Bindley Bioscience Center

Computational Life Sciences & Informatics

Overview

tech_clsiWhat is Computational Life Sciences and Informatics (CLSI)?
Computational Life Sciences and Informatics is one of the most important and exciting areas in all of science and technology, as it is positioned at the intersection of modern biology, quantitative modeling and high performance computing. It focuses on the development and application of computational tools and techniques to solve complex problems in biosciences. CLSI helps provide fundamental understanding of complex biological systems and offers the potential to significantly impact a wide variety of technologies, including drug discovery, novel therapies for human, animal and plant diseases, metabolic engineering and efficient production of traditional and high-value foodstuffs. Research in Computational Life Sciences and Informatics (CLSI) at Bindley Bioscience Center focuses on understanding (and predicting) life using a "Systems Biology" approach. Systems Biology aims at system-level understanding of biological systems, through which the "group of parts" that make up "the whole" are connected one to another and work together. The ultimate goal of Systems Biology is to develop in-silico bio systems. As a complex discipline, Systems Biology acquires data from all biological fields, including genetics, biochemistry, structural biology, cell biology, physiology, biophysics, and more.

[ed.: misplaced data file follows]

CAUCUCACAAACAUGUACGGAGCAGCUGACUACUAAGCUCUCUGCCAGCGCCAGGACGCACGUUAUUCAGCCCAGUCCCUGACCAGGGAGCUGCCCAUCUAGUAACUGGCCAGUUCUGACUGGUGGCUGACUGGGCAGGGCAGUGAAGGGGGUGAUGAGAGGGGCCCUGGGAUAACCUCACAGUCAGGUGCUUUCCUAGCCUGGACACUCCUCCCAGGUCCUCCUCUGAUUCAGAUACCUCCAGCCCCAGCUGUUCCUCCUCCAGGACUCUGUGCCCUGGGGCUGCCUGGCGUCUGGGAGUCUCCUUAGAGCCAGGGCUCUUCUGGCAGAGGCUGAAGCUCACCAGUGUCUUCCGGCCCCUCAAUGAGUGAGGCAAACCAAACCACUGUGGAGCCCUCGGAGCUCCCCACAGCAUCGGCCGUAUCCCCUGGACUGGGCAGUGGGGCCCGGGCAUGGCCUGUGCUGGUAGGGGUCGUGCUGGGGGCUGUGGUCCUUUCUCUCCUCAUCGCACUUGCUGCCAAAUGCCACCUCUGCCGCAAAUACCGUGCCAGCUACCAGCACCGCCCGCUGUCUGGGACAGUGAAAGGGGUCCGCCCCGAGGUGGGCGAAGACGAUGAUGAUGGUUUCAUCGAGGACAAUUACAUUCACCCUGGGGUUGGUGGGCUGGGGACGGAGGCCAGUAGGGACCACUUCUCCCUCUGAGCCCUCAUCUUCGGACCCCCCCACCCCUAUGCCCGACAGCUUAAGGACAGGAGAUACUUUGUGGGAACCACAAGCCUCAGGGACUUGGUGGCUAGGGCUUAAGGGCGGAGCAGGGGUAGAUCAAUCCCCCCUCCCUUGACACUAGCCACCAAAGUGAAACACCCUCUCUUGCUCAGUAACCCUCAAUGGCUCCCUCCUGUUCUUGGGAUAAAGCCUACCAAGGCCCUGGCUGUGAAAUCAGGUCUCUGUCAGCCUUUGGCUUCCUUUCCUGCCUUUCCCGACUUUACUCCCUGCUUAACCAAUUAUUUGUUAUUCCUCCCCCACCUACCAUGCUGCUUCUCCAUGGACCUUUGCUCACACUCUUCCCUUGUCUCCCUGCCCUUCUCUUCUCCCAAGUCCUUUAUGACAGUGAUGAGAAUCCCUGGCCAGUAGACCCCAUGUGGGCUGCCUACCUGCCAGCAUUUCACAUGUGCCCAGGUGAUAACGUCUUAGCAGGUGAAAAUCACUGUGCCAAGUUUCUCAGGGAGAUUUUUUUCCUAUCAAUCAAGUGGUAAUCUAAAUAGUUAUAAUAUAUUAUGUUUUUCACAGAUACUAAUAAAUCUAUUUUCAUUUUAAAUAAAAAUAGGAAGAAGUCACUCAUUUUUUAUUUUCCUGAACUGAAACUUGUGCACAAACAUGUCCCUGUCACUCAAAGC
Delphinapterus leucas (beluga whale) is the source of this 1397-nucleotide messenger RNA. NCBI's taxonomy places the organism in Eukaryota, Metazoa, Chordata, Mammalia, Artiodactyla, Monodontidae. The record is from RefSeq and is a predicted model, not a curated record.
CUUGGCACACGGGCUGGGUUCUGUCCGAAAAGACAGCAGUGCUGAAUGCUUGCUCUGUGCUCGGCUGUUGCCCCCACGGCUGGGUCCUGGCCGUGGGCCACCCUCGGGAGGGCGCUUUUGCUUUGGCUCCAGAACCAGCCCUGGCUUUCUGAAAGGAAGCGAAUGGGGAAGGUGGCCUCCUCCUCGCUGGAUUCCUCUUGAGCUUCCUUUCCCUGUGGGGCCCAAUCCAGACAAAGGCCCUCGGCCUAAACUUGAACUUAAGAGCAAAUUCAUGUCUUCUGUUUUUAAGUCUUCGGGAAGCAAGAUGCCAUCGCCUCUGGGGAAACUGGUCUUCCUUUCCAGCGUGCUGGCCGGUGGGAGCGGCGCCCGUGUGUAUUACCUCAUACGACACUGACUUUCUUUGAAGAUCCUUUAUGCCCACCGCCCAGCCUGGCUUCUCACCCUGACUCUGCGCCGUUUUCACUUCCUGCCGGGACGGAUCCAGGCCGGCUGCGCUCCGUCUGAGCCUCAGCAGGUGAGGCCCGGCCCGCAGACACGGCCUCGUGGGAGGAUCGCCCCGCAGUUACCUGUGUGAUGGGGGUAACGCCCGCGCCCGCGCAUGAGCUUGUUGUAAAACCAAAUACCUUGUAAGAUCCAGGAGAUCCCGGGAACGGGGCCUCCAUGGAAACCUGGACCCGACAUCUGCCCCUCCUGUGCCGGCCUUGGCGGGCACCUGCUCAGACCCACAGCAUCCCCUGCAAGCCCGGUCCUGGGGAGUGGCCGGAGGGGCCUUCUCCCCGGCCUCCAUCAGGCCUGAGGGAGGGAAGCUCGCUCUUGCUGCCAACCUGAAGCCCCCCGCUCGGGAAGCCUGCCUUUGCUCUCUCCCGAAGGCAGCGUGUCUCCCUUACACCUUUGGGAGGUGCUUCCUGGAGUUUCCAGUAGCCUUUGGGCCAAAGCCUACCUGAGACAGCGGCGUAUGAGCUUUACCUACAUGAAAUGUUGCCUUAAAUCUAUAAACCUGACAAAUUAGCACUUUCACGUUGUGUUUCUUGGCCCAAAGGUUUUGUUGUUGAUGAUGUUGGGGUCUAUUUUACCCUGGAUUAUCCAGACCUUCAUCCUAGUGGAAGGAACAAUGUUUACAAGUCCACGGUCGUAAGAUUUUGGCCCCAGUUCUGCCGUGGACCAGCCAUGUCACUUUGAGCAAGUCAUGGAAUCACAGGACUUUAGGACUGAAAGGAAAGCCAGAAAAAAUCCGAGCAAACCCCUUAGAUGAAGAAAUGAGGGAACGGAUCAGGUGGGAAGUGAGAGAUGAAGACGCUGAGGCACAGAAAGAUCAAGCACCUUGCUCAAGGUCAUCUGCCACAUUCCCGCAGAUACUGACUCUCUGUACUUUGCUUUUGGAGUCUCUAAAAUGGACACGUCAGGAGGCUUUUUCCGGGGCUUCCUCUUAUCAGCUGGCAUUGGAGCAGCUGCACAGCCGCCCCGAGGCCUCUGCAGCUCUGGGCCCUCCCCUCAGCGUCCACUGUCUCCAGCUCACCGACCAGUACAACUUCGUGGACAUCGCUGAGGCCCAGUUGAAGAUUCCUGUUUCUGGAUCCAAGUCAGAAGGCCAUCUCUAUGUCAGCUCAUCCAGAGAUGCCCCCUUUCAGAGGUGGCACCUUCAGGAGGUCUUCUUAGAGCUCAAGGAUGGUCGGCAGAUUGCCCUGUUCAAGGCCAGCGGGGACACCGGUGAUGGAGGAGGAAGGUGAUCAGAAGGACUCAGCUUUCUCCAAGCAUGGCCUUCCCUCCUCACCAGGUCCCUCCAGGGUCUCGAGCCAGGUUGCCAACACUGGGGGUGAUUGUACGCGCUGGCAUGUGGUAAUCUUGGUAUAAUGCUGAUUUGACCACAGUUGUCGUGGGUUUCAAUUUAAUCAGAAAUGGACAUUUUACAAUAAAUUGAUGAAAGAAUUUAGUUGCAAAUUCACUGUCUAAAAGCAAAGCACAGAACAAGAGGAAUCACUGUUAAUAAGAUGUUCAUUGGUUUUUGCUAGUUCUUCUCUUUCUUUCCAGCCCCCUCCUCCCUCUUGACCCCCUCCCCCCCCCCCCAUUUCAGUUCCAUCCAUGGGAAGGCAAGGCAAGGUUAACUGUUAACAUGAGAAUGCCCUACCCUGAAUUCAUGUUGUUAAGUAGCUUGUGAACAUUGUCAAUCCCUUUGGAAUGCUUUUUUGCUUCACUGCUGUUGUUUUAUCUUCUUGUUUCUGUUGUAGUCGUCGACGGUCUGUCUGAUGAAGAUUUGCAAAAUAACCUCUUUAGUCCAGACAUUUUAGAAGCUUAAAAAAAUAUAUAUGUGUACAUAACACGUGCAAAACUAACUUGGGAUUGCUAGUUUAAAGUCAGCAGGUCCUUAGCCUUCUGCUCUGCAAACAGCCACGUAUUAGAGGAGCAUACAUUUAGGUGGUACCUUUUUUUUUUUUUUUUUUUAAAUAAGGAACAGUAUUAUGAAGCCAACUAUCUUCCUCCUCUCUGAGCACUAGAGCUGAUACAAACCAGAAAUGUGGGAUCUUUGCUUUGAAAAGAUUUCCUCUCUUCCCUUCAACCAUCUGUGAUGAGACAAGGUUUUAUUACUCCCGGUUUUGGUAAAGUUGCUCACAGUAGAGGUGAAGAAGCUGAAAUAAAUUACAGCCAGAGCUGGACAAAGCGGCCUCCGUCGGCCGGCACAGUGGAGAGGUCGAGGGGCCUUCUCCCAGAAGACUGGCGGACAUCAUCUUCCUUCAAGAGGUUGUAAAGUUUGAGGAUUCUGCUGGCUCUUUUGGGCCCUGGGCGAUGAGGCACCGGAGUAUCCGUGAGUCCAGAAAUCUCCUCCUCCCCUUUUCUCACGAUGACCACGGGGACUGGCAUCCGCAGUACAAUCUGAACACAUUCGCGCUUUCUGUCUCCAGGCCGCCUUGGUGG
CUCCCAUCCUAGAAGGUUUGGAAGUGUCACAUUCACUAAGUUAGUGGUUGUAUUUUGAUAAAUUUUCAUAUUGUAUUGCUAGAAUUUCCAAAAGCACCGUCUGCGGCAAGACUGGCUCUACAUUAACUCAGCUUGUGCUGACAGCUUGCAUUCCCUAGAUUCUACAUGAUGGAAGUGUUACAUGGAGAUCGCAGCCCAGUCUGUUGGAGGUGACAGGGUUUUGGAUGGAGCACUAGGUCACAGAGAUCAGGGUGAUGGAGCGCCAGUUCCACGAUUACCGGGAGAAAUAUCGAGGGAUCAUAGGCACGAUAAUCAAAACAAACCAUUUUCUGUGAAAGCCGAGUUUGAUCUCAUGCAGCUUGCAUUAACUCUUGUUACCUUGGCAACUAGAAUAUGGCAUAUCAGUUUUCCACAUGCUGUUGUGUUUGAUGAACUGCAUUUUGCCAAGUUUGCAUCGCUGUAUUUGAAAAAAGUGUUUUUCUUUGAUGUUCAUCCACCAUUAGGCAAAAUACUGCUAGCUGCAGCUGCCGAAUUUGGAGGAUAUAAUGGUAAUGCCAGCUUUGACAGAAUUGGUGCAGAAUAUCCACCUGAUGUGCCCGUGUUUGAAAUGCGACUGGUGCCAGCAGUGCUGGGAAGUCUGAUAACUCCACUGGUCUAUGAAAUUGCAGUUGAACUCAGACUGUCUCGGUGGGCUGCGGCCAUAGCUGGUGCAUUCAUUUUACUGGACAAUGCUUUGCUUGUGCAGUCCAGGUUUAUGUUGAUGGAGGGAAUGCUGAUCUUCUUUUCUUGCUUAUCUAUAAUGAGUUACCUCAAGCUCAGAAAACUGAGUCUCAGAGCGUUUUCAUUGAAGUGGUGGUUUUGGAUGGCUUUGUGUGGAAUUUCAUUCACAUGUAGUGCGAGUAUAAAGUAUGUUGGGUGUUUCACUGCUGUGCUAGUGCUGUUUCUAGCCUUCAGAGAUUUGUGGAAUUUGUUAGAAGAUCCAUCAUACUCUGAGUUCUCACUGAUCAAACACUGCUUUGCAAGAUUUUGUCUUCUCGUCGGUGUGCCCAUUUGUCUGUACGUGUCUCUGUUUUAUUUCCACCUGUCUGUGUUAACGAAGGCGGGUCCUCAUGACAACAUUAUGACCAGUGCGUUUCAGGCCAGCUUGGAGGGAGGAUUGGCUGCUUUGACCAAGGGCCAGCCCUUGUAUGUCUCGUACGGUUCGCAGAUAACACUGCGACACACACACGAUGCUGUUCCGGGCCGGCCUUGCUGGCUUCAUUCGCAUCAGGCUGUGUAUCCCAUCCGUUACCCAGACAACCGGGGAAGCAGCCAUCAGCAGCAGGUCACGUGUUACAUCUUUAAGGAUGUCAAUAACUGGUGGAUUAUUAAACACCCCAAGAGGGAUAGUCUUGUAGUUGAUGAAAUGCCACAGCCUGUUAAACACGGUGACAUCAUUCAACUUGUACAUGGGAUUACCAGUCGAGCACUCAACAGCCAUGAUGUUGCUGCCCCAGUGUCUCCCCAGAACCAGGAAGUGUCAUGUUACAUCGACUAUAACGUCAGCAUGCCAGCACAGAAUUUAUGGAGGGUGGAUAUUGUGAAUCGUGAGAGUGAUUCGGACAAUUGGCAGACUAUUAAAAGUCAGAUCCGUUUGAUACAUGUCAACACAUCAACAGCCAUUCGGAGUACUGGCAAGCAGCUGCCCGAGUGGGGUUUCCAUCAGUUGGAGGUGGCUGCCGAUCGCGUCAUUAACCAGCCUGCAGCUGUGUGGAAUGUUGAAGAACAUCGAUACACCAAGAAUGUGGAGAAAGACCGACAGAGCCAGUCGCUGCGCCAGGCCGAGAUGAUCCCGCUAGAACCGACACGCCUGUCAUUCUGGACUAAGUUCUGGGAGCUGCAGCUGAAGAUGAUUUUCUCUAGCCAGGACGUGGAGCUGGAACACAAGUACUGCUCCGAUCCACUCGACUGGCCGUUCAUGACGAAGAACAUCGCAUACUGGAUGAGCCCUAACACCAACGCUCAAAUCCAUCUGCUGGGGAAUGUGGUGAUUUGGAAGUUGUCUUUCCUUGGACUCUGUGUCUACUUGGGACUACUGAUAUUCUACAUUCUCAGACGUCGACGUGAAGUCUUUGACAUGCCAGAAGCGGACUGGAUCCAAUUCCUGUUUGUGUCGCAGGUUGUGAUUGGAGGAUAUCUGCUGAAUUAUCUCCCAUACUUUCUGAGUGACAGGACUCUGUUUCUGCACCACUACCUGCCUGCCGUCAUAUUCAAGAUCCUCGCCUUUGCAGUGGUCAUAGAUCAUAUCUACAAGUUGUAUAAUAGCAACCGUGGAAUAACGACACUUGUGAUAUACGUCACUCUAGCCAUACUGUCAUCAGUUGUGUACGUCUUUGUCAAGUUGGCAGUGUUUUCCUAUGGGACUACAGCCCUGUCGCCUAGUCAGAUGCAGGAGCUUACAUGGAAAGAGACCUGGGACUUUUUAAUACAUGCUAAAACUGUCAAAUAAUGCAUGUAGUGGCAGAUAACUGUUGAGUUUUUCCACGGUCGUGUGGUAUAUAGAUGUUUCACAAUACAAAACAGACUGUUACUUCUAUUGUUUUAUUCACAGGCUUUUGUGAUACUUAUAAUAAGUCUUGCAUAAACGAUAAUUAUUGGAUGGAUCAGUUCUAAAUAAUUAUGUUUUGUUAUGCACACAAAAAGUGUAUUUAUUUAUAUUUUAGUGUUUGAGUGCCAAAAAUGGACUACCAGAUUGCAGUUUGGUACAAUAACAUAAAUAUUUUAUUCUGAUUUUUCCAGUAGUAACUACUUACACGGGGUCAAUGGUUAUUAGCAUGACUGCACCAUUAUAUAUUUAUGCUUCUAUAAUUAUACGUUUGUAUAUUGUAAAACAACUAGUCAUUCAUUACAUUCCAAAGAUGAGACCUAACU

Computer science research contributes methods and tools for acquiring, storing, organizing, archiving, analyzing and visualizing biological data and phenomena. In addition, the management and mining of large databases of bioinformatics data must also be achieved. Computational Life Sciences and Informatics can be divided into three major categories:

  • Bioinformatics: The research, development or application of computational tools and approaches for expanding the use of biological, medical, behavioral or health data, including those to acquire, store, organize, archive, analyze, or visualize such data.
  • Computational Biology: The development and application of data-analytical and theoretical methods, mathematical modeling and computational simulation techniques to the study of biological, behavioral, and social systems.